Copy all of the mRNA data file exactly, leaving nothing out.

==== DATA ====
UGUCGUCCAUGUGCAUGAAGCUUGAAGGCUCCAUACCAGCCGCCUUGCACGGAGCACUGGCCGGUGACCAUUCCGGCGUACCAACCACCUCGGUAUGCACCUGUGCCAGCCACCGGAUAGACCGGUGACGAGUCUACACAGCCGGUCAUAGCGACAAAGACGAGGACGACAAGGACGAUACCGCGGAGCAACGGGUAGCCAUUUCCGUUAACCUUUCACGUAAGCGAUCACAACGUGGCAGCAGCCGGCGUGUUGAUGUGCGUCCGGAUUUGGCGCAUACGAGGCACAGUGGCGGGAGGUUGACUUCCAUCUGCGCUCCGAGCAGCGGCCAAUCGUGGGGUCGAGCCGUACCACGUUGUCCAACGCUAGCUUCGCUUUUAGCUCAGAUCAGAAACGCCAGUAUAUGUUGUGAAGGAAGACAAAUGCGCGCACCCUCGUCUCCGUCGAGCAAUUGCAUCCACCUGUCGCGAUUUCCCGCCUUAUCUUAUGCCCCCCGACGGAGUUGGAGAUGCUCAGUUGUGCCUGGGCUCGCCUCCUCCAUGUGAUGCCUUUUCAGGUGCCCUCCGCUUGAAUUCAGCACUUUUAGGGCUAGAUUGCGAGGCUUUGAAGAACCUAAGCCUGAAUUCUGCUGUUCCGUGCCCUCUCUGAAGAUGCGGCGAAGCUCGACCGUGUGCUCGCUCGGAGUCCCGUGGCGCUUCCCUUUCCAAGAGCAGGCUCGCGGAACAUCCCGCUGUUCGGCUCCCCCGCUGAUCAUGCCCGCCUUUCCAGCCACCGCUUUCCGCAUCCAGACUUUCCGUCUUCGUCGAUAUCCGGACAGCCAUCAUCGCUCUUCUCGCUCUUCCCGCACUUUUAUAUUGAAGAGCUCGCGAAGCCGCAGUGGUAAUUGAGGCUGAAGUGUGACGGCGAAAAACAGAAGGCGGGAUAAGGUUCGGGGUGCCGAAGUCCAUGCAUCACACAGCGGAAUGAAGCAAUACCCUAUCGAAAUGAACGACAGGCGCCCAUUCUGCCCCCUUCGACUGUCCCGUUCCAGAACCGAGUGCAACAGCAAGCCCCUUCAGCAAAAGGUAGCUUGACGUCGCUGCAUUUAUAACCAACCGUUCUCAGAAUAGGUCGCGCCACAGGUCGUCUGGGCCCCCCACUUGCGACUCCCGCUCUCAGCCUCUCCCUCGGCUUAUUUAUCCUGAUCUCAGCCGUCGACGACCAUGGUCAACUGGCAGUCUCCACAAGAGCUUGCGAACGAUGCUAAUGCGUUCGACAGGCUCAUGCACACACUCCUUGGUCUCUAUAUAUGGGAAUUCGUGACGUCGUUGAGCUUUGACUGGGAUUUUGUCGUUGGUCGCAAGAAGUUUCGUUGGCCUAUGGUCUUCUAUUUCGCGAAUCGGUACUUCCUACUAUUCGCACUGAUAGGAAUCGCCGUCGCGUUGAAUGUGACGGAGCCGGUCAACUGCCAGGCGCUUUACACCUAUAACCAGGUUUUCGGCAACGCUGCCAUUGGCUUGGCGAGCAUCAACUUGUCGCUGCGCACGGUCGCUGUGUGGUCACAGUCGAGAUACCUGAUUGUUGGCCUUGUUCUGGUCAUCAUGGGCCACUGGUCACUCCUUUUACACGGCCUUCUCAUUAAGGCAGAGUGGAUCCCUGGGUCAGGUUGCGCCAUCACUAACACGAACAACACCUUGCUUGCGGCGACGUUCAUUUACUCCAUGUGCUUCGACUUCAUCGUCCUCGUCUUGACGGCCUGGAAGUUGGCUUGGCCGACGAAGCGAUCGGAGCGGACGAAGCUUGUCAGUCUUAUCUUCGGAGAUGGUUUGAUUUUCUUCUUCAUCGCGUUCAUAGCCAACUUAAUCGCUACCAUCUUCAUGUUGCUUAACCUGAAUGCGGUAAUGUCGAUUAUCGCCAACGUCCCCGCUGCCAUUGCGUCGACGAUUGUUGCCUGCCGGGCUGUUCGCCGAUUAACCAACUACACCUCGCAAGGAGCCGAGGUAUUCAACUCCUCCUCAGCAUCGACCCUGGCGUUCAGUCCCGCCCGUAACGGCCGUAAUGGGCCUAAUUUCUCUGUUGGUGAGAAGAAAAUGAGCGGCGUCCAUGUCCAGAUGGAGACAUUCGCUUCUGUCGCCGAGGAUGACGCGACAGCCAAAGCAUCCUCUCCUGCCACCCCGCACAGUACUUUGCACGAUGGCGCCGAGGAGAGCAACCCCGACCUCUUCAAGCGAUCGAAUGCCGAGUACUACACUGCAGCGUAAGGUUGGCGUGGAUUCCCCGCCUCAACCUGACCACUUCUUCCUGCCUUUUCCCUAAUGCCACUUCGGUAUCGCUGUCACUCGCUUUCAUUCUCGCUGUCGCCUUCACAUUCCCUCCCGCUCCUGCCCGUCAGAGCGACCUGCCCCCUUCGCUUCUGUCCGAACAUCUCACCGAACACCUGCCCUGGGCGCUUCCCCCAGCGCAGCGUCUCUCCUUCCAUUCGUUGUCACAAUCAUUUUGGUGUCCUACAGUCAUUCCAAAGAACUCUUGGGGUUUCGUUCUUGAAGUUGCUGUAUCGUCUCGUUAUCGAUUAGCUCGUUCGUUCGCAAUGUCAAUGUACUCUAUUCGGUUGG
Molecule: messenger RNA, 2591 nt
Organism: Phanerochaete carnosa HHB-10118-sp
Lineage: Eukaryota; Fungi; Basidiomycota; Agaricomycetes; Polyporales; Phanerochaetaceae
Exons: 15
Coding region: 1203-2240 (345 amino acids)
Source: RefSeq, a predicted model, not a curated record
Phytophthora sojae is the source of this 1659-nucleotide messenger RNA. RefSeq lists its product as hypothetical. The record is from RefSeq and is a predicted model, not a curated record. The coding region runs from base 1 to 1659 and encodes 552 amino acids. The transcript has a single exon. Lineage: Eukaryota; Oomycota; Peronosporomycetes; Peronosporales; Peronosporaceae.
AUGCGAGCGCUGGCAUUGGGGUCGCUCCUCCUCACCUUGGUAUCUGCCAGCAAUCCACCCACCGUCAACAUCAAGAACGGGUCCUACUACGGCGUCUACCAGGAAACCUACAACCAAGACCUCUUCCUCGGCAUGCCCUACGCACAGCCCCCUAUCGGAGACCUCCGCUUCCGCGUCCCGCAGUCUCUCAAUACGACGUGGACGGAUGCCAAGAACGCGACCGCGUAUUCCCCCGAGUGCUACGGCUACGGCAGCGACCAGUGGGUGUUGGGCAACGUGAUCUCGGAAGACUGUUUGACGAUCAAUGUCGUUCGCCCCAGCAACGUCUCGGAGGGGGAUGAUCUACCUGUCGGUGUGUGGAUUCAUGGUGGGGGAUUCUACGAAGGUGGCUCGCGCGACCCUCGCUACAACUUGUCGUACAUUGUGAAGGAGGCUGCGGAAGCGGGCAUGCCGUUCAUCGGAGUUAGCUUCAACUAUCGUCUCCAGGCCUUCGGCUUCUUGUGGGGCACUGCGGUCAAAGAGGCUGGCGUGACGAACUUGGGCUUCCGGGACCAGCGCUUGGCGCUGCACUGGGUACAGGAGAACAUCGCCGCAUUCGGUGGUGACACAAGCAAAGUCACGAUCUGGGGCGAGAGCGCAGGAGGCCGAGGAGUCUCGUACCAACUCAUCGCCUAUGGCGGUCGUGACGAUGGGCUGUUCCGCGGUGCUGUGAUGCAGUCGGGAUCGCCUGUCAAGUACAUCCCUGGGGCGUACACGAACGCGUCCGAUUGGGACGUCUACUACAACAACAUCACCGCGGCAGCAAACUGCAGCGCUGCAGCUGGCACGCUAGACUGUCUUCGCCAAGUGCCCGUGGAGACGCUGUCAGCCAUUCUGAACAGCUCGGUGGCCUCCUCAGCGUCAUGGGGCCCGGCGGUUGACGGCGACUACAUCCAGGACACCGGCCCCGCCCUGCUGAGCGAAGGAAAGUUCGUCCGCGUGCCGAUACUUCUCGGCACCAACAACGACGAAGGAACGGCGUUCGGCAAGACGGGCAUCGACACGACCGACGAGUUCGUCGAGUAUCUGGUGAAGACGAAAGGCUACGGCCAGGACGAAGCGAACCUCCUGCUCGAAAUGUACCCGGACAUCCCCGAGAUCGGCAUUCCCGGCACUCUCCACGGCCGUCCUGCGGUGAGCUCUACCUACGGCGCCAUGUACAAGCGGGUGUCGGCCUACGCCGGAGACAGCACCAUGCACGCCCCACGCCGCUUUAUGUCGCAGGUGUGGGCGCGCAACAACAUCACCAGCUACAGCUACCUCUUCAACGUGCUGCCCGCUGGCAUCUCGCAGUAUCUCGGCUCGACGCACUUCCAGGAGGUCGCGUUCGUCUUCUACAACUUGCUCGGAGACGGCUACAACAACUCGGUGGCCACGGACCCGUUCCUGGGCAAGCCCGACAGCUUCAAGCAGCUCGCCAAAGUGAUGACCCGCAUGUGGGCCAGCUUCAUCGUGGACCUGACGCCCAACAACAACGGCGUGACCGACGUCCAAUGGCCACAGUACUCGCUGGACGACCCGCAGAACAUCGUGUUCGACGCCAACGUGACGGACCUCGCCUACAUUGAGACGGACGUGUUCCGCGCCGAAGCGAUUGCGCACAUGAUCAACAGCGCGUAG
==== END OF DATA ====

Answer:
UGUCGUCCAUGUGCAUGAAGCUUGAAGGCUCCAUACCAGCCGCCUUGCACGGAGCACUGGCCGGUGACCAUUCCGGCGUACCAACCACCUCGGUAUGCACCUGUGCCAGCCACCGGAUAGACCGGUGACGAGUCUACACAGCCGGUCAUAGCGACAAAGACGAGGACGACAAGGACGAUACCGCGGAGCAACGGGUAGCCAUUUCCGUUAACCUUUCACGUAAGCGAUCACAACGUGGCAGCAGCCGGCGUGUUGAUGUGCGUCCGGAUUUGGCGCAUACGAGGCACAGUGGCGGGAGGUUGACUUCCAUCUGCGCUCCGAGCAGCGGCCAAUCGUGGGGUCGAGCCGUACCACGUUGUCCAACGCUAGCUUCGCUUUUAGCUCAGAUCAGAAACGCCAGUAUAUGUUGUGAAGGAAGACAAAUGCGCGCACCCUCGUCUCCGUCGAGCAAUUGCAUCCACCUGUCGCGAUUUCCCGCCUUAUCUUAUGCCCCCCGACGGAGUUGGAGAUGCUCAGUUGUGCCUGGGCUCGCCUCCUCCAUGUGAUGCCUUUUCAGGUGCCCUCCGCUUGAAUUCAGCACUUUUAGGGCUAGAUUGCGAGGCUUUGAAGAACCUAAGCCUGAAUUCUGCUGUUCCGUGCCCUCUCUGAAGAUGCGGCGAAGCUCGACCGUGUGCUCGCUCGGAGUCCCGUGGCGCUUCCCUUUCCAAGAGCAGGCUCGCGGAACAUCCCGCUGUUCGGCUCCCCCGCUGAUCAUGCCCGCCUUUCCAGCCACCGCUUUCCGCAUCCAGACUUUCCGUCUUCGUCGAUAUCCGGACAGCCAUCAUCGCUCUUCUCGCUCUUCCCGCACUUUUAUAUUGAAGAGCUCGCGAAGCCGCAGUGGUAAUUGAGGCUGAAGUGUGACGGCGAAAAACAGAAGGCGGGAUAAGGUUCGGGGUGCCGAAGUCCAUGCAUCACACAGCGGAAUGAAGCAAUACCCUAUCGAAAUGAACGACAGGCGCCCAUUCUGCCCCCUUCGACUGUCCCGUUCCAGAACCGAGUGCAACAGCAAGCCCCUUCAGCAAAAGGUAGCUUGACGUCGCUGCAUUUAUAACCAACCGUUCUCAGAAUAGGUCGCGCCACAGGUCGUCUGGGCCCCCCACUUGCGACUCCCGCUCUCAGCCUCUCCCUCGGCUUAUUUAUCCUGAUCUCAGCCGUCGACGACCAUGGUCAACUGGCAGUCUCCACAAGAGCUUGCGAACGAUGCUAAUGCGUUCGACAGGCUCAUGCACACACUCCUUGGUCUCUAUAUAUGGGAAUUCGUGACGUCGUUGAGCUUUGACUGGGAUUUUGUCGUUGGUCGCAAGAAGUUUCGUUGGCCUAUGGUCUUCUAUUUCGCGAAUCGGUACUUCCUACUAUUCGCACUGAUAGGAAUCGCCGUCGCGUUGAAUGUGACGGAGCCGGUCAACUGCCAGGCGCUUUACACCUAUAACCAGGUUUUCGGCAACGCUGCCAUUGGCUUGGCGAGCAUCAACUUGUCGCUGCGCACGGUCGCUGUGUGGUCACAGUCGAGAUACCUGAUUGUUGGCCUUGUUCUGGUCAUCAUGGGCCACUGGUCACUCCUUUUACACGGCCUUCUCAUUAAGGCAGAGUGGAUCCCUGGGUCAGGUUGCGCCAUCACUAACACGAACAACACCUUGCUUGCGGCGACGUUCAUUUACUCCAUGUGCUUCGACUUCAUCGUCCUCGUCUUGACGGCCUGGAAGUUGGCUUGGCCGACGAAGCGAUCGGAGCGGACGAAGCUUGUCAGUCUUAUCUUCGGAGAUGGUUUGAUUUUCUUCUUCAUCGCGUUCAUAGCCAACUUAAUCGCUACCAUCUUCAUGUUGCUUAACCUGAAUGCGGUAAUGUCGAUUAUCGCCAACGUCCCCGCUGCCAUUGCGUCGACGAUUGUUGCCUGCCGGGCUGUUCGCCGAUUAACCAACUACACCUCGCAAGGAGCCGAGGUAUUCAACUCCUCCUCAGCAUCGACCCUGGCGUUCAGUCCCGCCCGUAACGGCCGUAAUGGGCCUAAUUUCUCUGUUGGUGAGAAGAAAAUGAGCGGCGUCCAUGUCCAGAUGGAGACAUUCGCUUCUGUCGCCGAGGAUGACGCGACAGCCAAAGCAUCCUCUCCUGCCACCCCGCACAGUACUUUGCACGAUGGCGCCGAGGAGAGCAACCCCGACCUCUUCAAGCGAUCGAAUGCCGAGUACUACACUGCAGCGUAAGGUUGGCGUGGAUUCCCCGCCUCAACCUGACCACUUCUUCCUGCCUUUUCCCUAAUGCCACUUCGGUAUCGCUGUCACUCGCUUUCAUUCUCGCUGUCGCCUUCACAUUCCCUCCCGCUCCUGCCCGUCAGAGCGACCUGCCCCCUUCGCUUCUGUCCGAACAUCUCACCGAACACCUGCCCUGGGCGCUUCCCCCAGCGCAGCGUCUCUCCUUCCAUUCGUUGUCACAAUCAUUUUGGUGUCCUACAGUCAUUCCAAAGAACUCUUGGGGUUUCGUUCUUGAAGUUGCUGUAUCGUCUCGUUAUCGAUUAGCUCGUUCGUUCGCAAUGUCAAUGUACUCUAUUCGGUUGG
Molecule: messenger RNA, 2591 nt
Organism: Phanerochaete carnosa HHB-10118-sp
Lineage: Eukaryota; Fungi; Basidiomycota; Agaricomycetes; Polyporales; Phanerochaetaceae
Exons: 15
Coding region: 1203-2240 (345 amino acids)
Source: RefSeq, a predicted model, not a curated record
Phytophthora sojae is the source of this 1659-nucleotide messenger RNA. RefSeq lists its product as hypothetical. The record is from RefSeq and is a predicted model, not a curated record. The coding region runs from base 1 to 1659 and encodes 552 amino acids. The transcript has a single exon. Lineage: Eukaryota; Oomycota; Peronosporomycetes; Peronosporales; Peronosporaceae.
AUGCGAGCGCUGGCAUUGGGGUCGCUCCUCCUCACCUUGGUAUCUGCCAGCAAUCCACCCACCGUCAACAUCAAGAACGGGUCCUACUACGGCGUCUACCAGGAAACCUACAACCAAGACCUCUUCCUCGGCAUGCCCUACGCACAGCCCCCUAUCGGAGACCUCCGCUUCCGCGUCCCGCAGUCUCUCAAUACGACGUGGACGGAUGCCAAGAACGCGACCGCGUAUUCCCCCGAGUGCUACGGCUACGGCAGCGACCAGUGGGUGUUGGGCAACGUGAUCUCGGAAGACUGUUUGACGAUCAAUGUCGUUCGCCCCAGCAACGUCUCGGAGGGGGAUGAUCUACCUGUCGGUGUGUGGAUUCAUGGUGGGGGAUUCUACGAAGGUGGCUCGCGCGACCCUCGCUACAACUUGUCGUACAUUGUGAAGGAGGCUGCGGAAGCGGGCAUGCCGUUCAUCGGAGUUAGCUUCAACUAUCGUCUCCAGGCCUUCGGCUUCUUGUGGGGCACUGCGGUCAAAGAGGCUGGCGUGACGAACUUGGGCUUCCGGGACCAGCGCUUGGCGCUGCACUGGGUACAGGAGAACAUCGCCGCAUUCGGUGGUGACACAAGCAAAGUCACGAUCUGGGGCGAGAGCGCAGGAGGCCGAGGAGUCUCGUACCAACUCAUCGCCUAUGGCGGUCGUGACGAUGGGCUGUUCCGCGGUGCUGUGAUGCAGUCGGGAUCGCCUGUCAAGUACAUCCCUGGGGCGUACACGAACGCGUCCGAUUGGGACGUCUACUACAACAACAUCACCGCGGCAGCAAACUGCAGCGCUGCAGCUGGCACGCUAGACUGUCUUCGCCAAGUGCCCGUGGAGACGCUGUCAGCCAUUCUGAACAGCUCGGUGGCCUCCUCAGCGUCAUGGGGCCCGGCGGUUGACGGCGACUACAUCCAGGACACCGGCCCCGCCCUGCUGAGCGAAGGAAAGUUCGUCCGCGUGCCGAUACUUCUCGGCACCAACAACGACGAAGGAACGGCGUUCGGCAAGACGGGCAUCGACACGACCGACGAGUUCGUCGAGUAUCUGGUGAAGACGAAAGGCUACGGCCAGGACGAAGCGAACCUCCUGCUCGAAAUGUACCCGGACAUCCCCGAGAUCGGCAUUCCCGGCACUCUCCACGGCCGUCCUGCGGUGAGCUCUACCUACGGCGCCAUGUACAAGCGGGUGUCGGCCUACGCCGGAGACAGCACCAUGCACGCCCCACGCCGCUUUAUGUCGCAGGUGUGGGCGCGCAACAACAUCACCAGCUACAGCUACCUCUUCAACGUGCUGCCCGCUGGCAUCUCGCAGUAUCUCGGCUCGACGCACUUCCAGGAGGUCGCGUUCGUCUUCUACAACUUGCUCGGAGACGGCUACAACAACUCGGUGGCCACGGACCCGUUCCUGGGCAAGCCCGACAGCUUCAAGCAGCUCGCCAAAGUGAUGACCCGCAUGUGGGCCAGCUUCAUCGUGGACCUGACGCCCAACAACAACGGCGUGACCGACGUCCAAUGGCCACAGUACUCGCUGGACGACCCGCAGAACAUCGUGUUCGACGCCAACGUGACGGACCUCGCCUACAUUGAGACGGACGUGUUCCGCGCCGAAGCGAUUGCGCACAUGAUCAACAGCGCGUAG